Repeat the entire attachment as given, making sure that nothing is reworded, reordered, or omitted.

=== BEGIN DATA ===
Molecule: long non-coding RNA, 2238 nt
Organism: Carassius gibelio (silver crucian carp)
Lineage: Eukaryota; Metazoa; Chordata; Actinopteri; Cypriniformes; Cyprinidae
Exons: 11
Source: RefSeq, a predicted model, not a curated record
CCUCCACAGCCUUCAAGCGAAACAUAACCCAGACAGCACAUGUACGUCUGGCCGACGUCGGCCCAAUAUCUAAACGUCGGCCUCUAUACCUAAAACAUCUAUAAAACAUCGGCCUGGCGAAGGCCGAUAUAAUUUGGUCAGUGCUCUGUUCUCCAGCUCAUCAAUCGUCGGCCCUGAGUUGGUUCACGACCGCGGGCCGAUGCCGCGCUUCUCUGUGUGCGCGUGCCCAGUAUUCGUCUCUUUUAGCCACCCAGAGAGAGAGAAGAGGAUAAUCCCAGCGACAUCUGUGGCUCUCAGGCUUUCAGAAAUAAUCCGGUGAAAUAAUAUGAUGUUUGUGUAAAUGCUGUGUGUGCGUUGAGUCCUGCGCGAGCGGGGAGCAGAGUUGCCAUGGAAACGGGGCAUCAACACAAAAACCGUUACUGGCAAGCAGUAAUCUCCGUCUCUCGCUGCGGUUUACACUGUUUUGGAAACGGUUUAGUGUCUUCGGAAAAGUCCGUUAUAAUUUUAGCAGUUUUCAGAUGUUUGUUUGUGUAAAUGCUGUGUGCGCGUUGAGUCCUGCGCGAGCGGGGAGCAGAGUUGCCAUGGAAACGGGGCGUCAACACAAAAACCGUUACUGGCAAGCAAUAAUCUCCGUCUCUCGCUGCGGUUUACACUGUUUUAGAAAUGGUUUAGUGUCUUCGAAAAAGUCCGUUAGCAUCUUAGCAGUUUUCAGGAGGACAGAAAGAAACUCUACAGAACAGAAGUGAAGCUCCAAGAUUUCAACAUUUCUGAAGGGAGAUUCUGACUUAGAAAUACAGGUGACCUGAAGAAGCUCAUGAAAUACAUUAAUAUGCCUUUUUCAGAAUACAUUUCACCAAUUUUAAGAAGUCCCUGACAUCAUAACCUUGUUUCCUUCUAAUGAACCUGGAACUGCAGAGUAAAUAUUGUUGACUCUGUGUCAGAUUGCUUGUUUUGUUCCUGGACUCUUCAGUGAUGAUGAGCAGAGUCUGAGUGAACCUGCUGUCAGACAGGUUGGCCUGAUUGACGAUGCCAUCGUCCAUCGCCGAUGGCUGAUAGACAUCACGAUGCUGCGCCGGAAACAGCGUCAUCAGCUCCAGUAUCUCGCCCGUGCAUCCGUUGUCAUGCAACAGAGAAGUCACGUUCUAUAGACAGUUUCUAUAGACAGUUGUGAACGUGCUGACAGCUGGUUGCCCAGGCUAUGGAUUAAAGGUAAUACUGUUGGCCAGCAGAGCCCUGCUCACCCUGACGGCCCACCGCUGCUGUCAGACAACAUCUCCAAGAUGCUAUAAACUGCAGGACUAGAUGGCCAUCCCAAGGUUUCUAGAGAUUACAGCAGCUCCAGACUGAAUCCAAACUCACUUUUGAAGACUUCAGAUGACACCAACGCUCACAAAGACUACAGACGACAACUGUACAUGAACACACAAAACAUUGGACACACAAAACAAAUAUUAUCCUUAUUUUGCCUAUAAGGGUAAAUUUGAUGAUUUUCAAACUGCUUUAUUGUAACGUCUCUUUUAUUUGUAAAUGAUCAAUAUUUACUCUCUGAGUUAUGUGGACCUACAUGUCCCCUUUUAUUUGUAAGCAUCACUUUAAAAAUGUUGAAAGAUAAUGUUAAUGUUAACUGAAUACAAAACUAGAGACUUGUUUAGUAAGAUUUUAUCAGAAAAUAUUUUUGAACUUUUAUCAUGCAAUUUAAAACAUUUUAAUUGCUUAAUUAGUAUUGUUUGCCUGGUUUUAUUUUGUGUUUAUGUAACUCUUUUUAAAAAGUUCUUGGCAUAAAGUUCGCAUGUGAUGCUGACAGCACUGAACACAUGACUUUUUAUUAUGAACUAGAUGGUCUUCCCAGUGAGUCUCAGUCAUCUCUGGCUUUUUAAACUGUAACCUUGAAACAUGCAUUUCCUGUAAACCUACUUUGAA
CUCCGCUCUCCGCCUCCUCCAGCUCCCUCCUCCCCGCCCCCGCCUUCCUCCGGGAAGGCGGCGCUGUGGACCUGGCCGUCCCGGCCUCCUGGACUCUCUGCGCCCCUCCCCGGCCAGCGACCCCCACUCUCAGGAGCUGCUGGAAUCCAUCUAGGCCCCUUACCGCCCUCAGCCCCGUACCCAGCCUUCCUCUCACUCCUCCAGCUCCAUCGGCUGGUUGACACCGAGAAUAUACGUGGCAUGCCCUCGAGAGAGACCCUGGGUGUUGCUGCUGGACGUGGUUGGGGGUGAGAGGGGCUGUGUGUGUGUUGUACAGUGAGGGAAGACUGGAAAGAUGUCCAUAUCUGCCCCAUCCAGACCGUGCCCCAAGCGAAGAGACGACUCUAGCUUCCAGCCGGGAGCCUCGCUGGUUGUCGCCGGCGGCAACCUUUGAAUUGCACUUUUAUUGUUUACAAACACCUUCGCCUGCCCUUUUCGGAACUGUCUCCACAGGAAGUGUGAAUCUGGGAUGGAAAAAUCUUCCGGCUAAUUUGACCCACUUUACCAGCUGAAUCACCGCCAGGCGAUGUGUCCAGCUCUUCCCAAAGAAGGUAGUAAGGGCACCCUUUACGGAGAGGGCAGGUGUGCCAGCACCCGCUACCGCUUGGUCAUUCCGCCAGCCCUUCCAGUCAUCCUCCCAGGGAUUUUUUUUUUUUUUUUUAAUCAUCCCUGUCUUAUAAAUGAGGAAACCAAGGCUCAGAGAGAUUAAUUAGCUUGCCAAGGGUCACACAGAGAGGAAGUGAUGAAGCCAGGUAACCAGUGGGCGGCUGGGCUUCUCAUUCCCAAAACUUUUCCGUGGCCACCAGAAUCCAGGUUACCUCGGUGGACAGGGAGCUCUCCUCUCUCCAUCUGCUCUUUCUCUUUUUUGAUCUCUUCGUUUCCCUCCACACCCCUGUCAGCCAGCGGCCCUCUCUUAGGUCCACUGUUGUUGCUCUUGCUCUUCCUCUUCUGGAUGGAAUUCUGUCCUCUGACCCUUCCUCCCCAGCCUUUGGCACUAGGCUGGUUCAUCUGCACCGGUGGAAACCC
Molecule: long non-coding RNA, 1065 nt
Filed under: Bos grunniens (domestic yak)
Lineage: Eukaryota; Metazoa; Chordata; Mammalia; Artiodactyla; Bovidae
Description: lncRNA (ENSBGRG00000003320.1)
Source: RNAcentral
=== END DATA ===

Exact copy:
Molecule: long non-coding RNA, 2238 nt
Organism: Carassius gibelio (silver crucian carp)
Lineage: Eukaryota; Metazoa; Chordata; Actinopteri; Cypriniformes; Cyprinidae
Exons: 11
Source: RefSeq, a predicted model, not a curated record
CCUCCACAGCCUUCAAGCGAAACAUAACCCAGACAGCACAUGUACGUCUGGCCGACGUCGGCCCAAUAUCUAAACGUCGGCCUCUAUACCUAAAACAUCUAUAAAACAUCGGCCUGGCGAAGGCCGAUAUAAUUUGGUCAGUGCUCUGUUCUCCAGCUCAUCAAUCGUCGGCCCUGAGUUGGUUCACGACCGCGGGCCGAUGCCGCGCUUCUCUGUGUGCGCGUGCCCAGUAUUCGUCUCUUUUAGCCACCCAGAGAGAGAGAAGAGGAUAAUCCCAGCGACAUCUGUGGCUCUCAGGCUUUCAGAAAUAAUCCGGUGAAAUAAUAUGAUGUUUGUGUAAAUGCUGUGUGUGCGUUGAGUCCUGCGCGAGCGGGGAGCAGAGUUGCCAUGGAAACGGGGCAUCAACACAAAAACCGUUACUGGCAAGCAGUAAUCUCCGUCUCUCGCUGCGGUUUACACUGUUUUGGAAACGGUUUAGUGUCUUCGGAAAAGUCCGUUAUAAUUUUAGCAGUUUUCAGAUGUUUGUUUGUGUAAAUGCUGUGUGCGCGUUGAGUCCUGCGCGAGCGGGGAGCAGAGUUGCCAUGGAAACGGGGCGUCAACACAAAAACCGUUACUGGCAAGCAAUAAUCUCCGUCUCUCGCUGCGGUUUACACUGUUUUAGAAAUGGUUUAGUGUCUUCGAAAAAGUCCGUUAGCAUCUUAGCAGUUUUCAGGAGGACAGAAAGAAACUCUACAGAACAGAAGUGAAGCUCCAAGAUUUCAACAUUUCUGAAGGGAGAUUCUGACUUAGAAAUACAGGUGACCUGAAGAAGCUCAUGAAAUACAUUAAUAUGCCUUUUUCAGAAUACAUUUCACCAAUUUUAAGAAGUCCCUGACAUCAUAACCUUGUUUCCUUCUAAUGAACCUGGAACUGCAGAGUAAAUAUUGUUGACUCUGUGUCAGAUUGCUUGUUUUGUUCCUGGACUCUUCAGUGAUGAUGAGCAGAGUCUGAGUGAACCUGCUGUCAGACAGGUUGGCCUGAUUGACGAUGCCAUCGUCCAUCGCCGAUGGCUGAUAGACAUCACGAUGCUGCGCCGGAAACAGCGUCAUCAGCUCCAGUAUCUCGCCCGUGCAUCCGUUGUCAUGCAACAGAGAAGUCACGUUCUAUAGACAGUUUCUAUAGACAGUUGUGAACGUGCUGACAGCUGGUUGCCCAGGCUAUGGAUUAAAGGUAAUACUGUUGGCCAGCAGAGCCCUGCUCACCCUGACGGCCCACCGCUGCUGUCAGACAACAUCUCCAAGAUGCUAUAAACUGCAGGACUAGAUGGCCAUCCCAAGGUUUCUAGAGAUUACAGCAGCUCCAGACUGAAUCCAAACUCACUUUUGAAGACUUCAGAUGACACCAACGCUCACAAAGACUACAGACGACAACUGUACAUGAACACACAAAACAUUGGACACACAAAACAAAUAUUAUCCUUAUUUUGCCUAUAAGGGUAAAUUUGAUGAUUUUCAAACUGCUUUAUUGUAACGUCUCUUUUAUUUGUAAAUGAUCAAUAUUUACUCUCUGAGUUAUGUGGACCUACAUGUCCCCUUUUAUUUGUAAGCAUCACUUUAAAAAUGUUGAAAGAUAAUGUUAAUGUUAACUGAAUACAAAACUAGAGACUUGUUUAGUAAGAUUUUAUCAGAAAAUAUUUUUGAACUUUUAUCAUGCAAUUUAAAACAUUUUAAUUGCUUAAUUAGUAUUGUUUGCCUGGUUUUAUUUUGUGUUUAUGUAACUCUUUUUAAAAAGUUCUUGGCAUAAAGUUCGCAUGUGAUGCUGACAGCACUGAACACAUGACUUUUUAUUAUGAACUAGAUGGUCUUCCCAGUGAGUCUCAGUCAUCUCUGGCUUUUUAAACUGUAACCUUGAAACAUGCAUUUCCUGUAAACCUACUUUGAA
CUCCGCUCUCCGCCUCCUCCAGCUCCCUCCUCCCCGCCCCCGCCUUCCUCCGGGAAGGCGGCGCUGUGGACCUGGCCGUCCCGGCCUCCUGGACUCUCUGCGCCCCUCCCCGGCCAGCGACCCCCACUCUCAGGAGCUGCUGGAAUCCAUCUAGGCCCCUUACCGCCCUCAGCCCCGUACCCAGCCUUCCUCUCACUCCUCCAGCUCCAUCGGCUGGUUGACACCGAGAAUAUACGUGGCAUGCCCUCGAGAGAGACCCUGGGUGUUGCUGCUGGACGUGGUUGGGGGUGAGAGGGGCUGUGUGUGUGUUGUACAGUGAGGGAAGACUGGAAAGAUGUCCAUAUCUGCCCCAUCCAGACCGUGCCCCAAGCGAAGAGACGACUCUAGCUUCCAGCCGGGAGCCUCGCUGGUUGUCGCCGGCGGCAACCUUUGAAUUGCACUUUUAUUGUUUACAAACACCUUCGCCUGCCCUUUUCGGAACUGUCUCCACAGGAAGUGUGAAUCUGGGAUGGAAAAAUCUUCCGGCUAAUUUGACCCACUUUACCAGCUGAAUCACCGCCAGGCGAUGUGUCCAGCUCUUCCCAAAGAAGGUAGUAAGGGCACCCUUUACGGAGAGGGCAGGUGUGCCAGCACCCGCUACCGCUUGGUCAUUCCGCCAGCCCUUCCAGUCAUCCUCCCAGGGAUUUUUUUUUUUUUUUUUAAUCAUCCCUGUCUUAUAAAUGAGGAAACCAAGGCUCAGAGAGAUUAAUUAGCUUGCCAAGGGUCACACAGAGAGGAAGUGAUGAAGCCAGGUAACCAGUGGGCGGCUGGGCUUCUCAUUCCCAAAACUUUUCCGUGGCCACCAGAAUCCAGGUUACCUCGGUGGACAGGGAGCUCUCCUCUCUCCAUCUGCUCUUUCUCUUUUUUGAUCUCUUCGUUUCCCUCCACACCCCUGUCAGCCAGCGGCCCUCUCUUAGGUCCACUGUUGUUGCUCUUGCUCUUCCUCUUCUGGAUGGAAUUCUGUCCUCUGACCCUUCCUCCCCAGCCUUUGGCACUAGGCUGGUUCAUCUGCACCGGUGGAAACCC
Molecule: long non-coding RNA, 1065 nt
Filed under: Bos grunniens (domestic yak)
Lineage: Eukaryota; Metazoa; Chordata; Mammalia; Artiodactyla; Bovidae
Description: lncRNA (ENSBGRG00000003320.1)
Source: RNAcentral